We took in views across the Hag’s Glen to see the path that took us to the summit of Carrauntoohil via Raven’s (Brother O’Shea’s) Gully. While the main route to the Devil’s Ladder appeared as a motorway and our path of descent a regional road, the path up to Raven’s Gully was akin to a boreen (country lane). The two images below are identical except that on the right I have sought to highlight the route taken up CarrauntoohiI.

Comparing this path to the one on the main valley floor provides some indication of its relative imprint.

It wasn’t long before we hit the valley floor, rejoined the river flowing out of Lough Gouragh and had one last look up towards the highest mountain in Ireland.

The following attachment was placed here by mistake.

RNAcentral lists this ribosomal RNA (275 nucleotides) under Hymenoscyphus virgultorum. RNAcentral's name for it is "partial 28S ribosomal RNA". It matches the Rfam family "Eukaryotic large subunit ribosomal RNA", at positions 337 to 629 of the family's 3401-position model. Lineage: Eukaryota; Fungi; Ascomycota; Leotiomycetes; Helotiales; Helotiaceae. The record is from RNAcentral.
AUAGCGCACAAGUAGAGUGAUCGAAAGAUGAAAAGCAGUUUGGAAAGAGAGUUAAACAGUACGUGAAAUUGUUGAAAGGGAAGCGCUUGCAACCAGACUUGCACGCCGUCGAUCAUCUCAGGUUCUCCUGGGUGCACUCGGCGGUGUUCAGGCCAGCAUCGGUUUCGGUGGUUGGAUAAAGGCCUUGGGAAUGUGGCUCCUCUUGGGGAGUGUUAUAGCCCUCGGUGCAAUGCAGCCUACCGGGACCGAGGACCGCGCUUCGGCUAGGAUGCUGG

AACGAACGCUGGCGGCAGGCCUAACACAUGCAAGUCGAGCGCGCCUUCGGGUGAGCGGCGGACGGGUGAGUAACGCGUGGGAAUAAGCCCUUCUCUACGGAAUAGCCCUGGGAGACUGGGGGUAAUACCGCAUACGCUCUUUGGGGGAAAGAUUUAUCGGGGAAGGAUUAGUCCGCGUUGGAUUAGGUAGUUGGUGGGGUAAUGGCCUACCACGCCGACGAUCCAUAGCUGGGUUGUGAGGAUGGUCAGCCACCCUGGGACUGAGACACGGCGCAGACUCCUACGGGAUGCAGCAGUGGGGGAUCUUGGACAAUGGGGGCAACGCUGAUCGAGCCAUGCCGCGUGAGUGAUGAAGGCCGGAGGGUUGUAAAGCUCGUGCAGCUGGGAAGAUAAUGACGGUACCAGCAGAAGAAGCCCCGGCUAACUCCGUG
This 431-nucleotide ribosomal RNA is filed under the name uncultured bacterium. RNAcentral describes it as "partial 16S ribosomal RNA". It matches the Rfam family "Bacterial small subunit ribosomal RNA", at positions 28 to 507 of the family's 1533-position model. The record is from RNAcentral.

A blanket of cloud wraps itself around the upper reaches of Carrauntoohil
Cloud Blanket

The ever changing cloud smothered the mountain. We weren’t the only ones, and won’t be the last, denied a view across all of the reeks and out to the Atlantic Ocean.

So that’s it, a nice easy return back to Cronin’s Yard accompanied by the refreshing sound of the River Gaddagh as it eagerly gamboled down the rocky course put in its way.

Hikers looking spritely as they reach the end of a hike having scaled Carrauntoohil
Final Straight

May be this and the previous two posts have whetted your appetite for a venture into the McGillycuddy Reeks and, perhaps, climb Ireland’s highest mountain via the picturesque Raven’s Gully. If so, I would underscore the following:

  • The mountain is a wild place, treat it with respect